Over the past two years, Dr. John Siegle and a team of residents at OU Medical Center have studied the question of whether women who have only one Fallopian tube can have their tubes tied.
The group produced two research papers, one of which focused on whether Essure — a birth control procedure which does not require surgery — was effective on patients who have only one Fallopian tube, said Siegle, an obstetrician gynecologist in Ada. The second project examined whether hysterectomies could be performed on women who have already had the Essure procedure.
The two projects were reproduced on posters, which will be presented at the American Congress of Obstetrics and Gynecology’s District 7 conference. The event is set for Sept. 27 in San Antonio, Texas.
The research showed that there are several options for women seeking tubal ligation, Siegle said in a Sept. 13 interview.
“This will allow physicians to open up a new option for their patients and by offering patients a new option, that really empowers the patient,” he said.
Siegle works at the Southeastern Women’s Health Center, which offers the Essure procedure. He added that the procedure can be performed in a doctor’s office, saving patients time and money.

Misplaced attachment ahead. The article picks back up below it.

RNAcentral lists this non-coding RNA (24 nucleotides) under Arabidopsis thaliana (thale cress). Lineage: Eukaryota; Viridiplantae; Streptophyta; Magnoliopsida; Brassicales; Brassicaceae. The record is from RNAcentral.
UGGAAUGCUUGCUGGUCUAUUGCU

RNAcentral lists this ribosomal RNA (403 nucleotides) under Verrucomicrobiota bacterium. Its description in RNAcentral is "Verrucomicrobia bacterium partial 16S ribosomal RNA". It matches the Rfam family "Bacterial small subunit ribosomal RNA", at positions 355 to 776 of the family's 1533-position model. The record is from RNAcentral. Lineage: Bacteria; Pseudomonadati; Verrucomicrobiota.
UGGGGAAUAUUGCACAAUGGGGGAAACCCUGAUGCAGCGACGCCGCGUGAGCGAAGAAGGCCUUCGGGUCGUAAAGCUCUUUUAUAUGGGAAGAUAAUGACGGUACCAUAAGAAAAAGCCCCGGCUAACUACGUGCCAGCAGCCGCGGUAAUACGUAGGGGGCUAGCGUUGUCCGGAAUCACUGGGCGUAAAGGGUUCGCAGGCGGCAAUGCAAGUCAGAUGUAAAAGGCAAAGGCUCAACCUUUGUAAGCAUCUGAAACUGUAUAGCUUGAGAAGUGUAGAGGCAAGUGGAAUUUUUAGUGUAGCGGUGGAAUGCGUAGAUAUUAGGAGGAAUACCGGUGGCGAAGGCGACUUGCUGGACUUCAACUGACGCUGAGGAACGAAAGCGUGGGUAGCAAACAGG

Doctors performing the Essure procedure place soft, flexible implants in a woman’s Fallopian tubes, according to the company’s website. The implants are made of the same material used in heart stents and other medical devices.
Over the next three months, the patient’s body works with the inserts to form a natural barrier in the Fallopian tubes. The barrier blocks sperm from reaching the egg, preventing pregnancy.
Women who undergo the procedure must use another form of birth control during the three-month period. The doctor will perform an Essure confirmation test to verify that the inserts are in place and the tubes are completely blocked.
The procedure is covered by major health insurance carriers, including Medicaid, according to the website.
The procedure is normally recommended for women who have both Fallopian tubes, but some patients only have one. Some patients may have a genetic abnormality which caused them to have only one Fallopian tube, and others may have had one of their tubes surgically removed.
Siegle said the team’s first research paper indicated that the procedure can benefit women who do not have both tubes.
“What we showed is that we’re capable of performing sterilization on those patients that have one Fallopian tube and that it is an effective sterilization procedure for those patients, so that they don’t have to undergo surgery,” he said.
The second paper focused on women who have had their tubes tied but later required a hysterectomy. The research team found that it is possible to perform hysterectomies in those cases and remove the Essure implants without having to make an incision in the abdomen.
Siegle said researchers reviewed case studies on three women who had single Fallopian tubes and two patients who had hysterectomies.
‘It doesn’t sound like a lot of cases, but it’s a lot more than anybody else has done, which is why it was accepted,” he said.